Pins, knife and attrition mills

Advanced systems achieve fine grinding down to D97 <35 µm. They replace the hammer rotor with a pin disc style rotor and force the material to collide with a series of pins set in concentric circles protruding from high-speed rotating discs. This style excels in milling crystalline, fatty and oily products such as spices that may buildup and blind screens. The latest models allow these fatty, oily and other heat-sensitive products to be processed without separate cooling equipment.

Other systems replace the hammers with knife rotors that granulate the material. These perform well for coarse granulation to medium fine size reduction and excel with softer products.

For finer milling of soft and/or heat-sensitive products, attrition mills offer an alternative. These mills grind the product between two, tapered plates that rotate at high speeds, reducing the particle size as the product moves from the infeed at the center to the periphery for discharge and collection.

Air classifying mills

When the target demands very narrow particle size distributions with grinding down to D97 at <20 µm, air classification mills may be considered. Bringing a higher level of engineering to the process, the latest air classification mills combine impact milling with dynamic air classification. Material is fed from a silo or fed into the hopper and automatically conveyed first into a milling chamber where hammers rotate at high speeds for size reduction.

In this design, particles are constantly recirculated from the outer liner back into the rotating hammers. When the particles meet the desired size, air carries them to an internal classifier. On-spec particles exit the mill for collection, and any oversized particles are rejected and captured for further milling.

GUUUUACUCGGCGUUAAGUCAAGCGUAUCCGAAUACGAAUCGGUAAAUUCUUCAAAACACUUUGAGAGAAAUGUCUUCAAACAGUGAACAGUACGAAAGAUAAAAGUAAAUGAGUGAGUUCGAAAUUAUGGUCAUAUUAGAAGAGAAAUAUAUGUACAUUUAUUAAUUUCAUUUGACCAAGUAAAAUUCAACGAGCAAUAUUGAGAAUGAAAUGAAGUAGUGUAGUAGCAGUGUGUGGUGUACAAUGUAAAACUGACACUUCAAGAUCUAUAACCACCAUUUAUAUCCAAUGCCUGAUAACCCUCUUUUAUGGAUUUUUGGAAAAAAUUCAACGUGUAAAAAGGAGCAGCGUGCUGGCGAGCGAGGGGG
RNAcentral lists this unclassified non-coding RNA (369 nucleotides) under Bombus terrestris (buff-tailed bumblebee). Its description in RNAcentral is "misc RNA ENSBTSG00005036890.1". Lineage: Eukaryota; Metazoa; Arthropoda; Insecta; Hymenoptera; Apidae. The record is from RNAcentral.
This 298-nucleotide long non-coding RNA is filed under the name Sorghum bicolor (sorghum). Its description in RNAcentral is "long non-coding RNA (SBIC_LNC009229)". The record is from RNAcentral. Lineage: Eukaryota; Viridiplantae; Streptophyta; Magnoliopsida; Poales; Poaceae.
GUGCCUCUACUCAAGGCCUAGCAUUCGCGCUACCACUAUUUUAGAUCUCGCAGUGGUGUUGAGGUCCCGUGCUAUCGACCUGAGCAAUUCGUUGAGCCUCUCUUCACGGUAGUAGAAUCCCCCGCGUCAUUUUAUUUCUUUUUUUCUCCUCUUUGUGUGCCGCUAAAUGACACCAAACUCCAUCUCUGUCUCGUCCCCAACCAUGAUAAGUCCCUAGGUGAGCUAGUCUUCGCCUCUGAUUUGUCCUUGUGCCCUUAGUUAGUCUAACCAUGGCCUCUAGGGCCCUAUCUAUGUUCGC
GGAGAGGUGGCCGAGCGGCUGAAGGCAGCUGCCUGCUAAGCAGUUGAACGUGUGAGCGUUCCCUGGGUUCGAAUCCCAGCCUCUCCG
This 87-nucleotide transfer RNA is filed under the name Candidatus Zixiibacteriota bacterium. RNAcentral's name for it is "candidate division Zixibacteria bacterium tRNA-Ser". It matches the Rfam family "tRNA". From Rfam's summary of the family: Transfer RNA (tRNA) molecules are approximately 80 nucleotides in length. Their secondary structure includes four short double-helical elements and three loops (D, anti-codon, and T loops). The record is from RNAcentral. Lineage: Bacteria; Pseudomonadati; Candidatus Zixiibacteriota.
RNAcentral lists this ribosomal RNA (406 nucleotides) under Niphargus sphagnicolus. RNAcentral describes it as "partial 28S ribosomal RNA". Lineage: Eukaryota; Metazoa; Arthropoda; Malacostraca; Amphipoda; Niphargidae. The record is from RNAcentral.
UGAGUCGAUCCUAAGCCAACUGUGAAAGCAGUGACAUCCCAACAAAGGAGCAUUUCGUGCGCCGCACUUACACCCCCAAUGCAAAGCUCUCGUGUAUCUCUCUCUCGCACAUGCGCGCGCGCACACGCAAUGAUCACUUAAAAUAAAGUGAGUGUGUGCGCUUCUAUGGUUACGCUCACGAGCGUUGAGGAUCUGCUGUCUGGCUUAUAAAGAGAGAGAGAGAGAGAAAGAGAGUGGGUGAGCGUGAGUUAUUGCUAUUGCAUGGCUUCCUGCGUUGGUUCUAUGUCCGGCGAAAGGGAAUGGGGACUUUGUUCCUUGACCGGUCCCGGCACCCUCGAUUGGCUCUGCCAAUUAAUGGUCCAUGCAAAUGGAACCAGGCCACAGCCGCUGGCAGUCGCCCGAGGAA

"Air classifying mills can reduce very large particles such as 6 mm grains of rice to very small particles under 50 µm in a single pass with minimal fines when other mills would take several passes," says Ozsoylu. This type of mill is quickly becoming the preferred system for companies that focus on efficiency and lean operations, he adds. "Its easy-to-clean design and flexibility for processing multiple products on the same system make it a good choice for the food processing industry."

Other types of milling equipment such as traditional ball mills and advanced fluidized jet mills perform similar ultra-fine size reduction, but rarely offer the same combination of capabilities and low cost for processing food products, states Ozsoylu

Making the right call

More than one of the systems described may effectively meet the target specifications. Initial cost must be considered, along with secondary factors such as footprint, maintenance needs and versatility. In many cases, the initial cost needs to be weighed against the gains in product quality, production speed, dust control and worker safety along with energy savings and the payback period.

With numerous milling options available, food processors face a challenging landscape when sifting through the range of methods and machines. Further, many mills require an array of ancillary components upstream and downstream of the actual mill from storage silos and feeders to conveyors and dust collectors. In these cases, consider whether the milling equipment manufacturer has experience integrating all of the elements as an integrated mill system.

Resources:

https://www.youtube.com/user/HosokawaMicron/videos.

 

Companies in this article

Joyce's Voice Newsletter

Subscribe now to receive Joyce Fassl’s weekly e-newsletter focusing on the industry’s most pressing manufacturing and operations stories.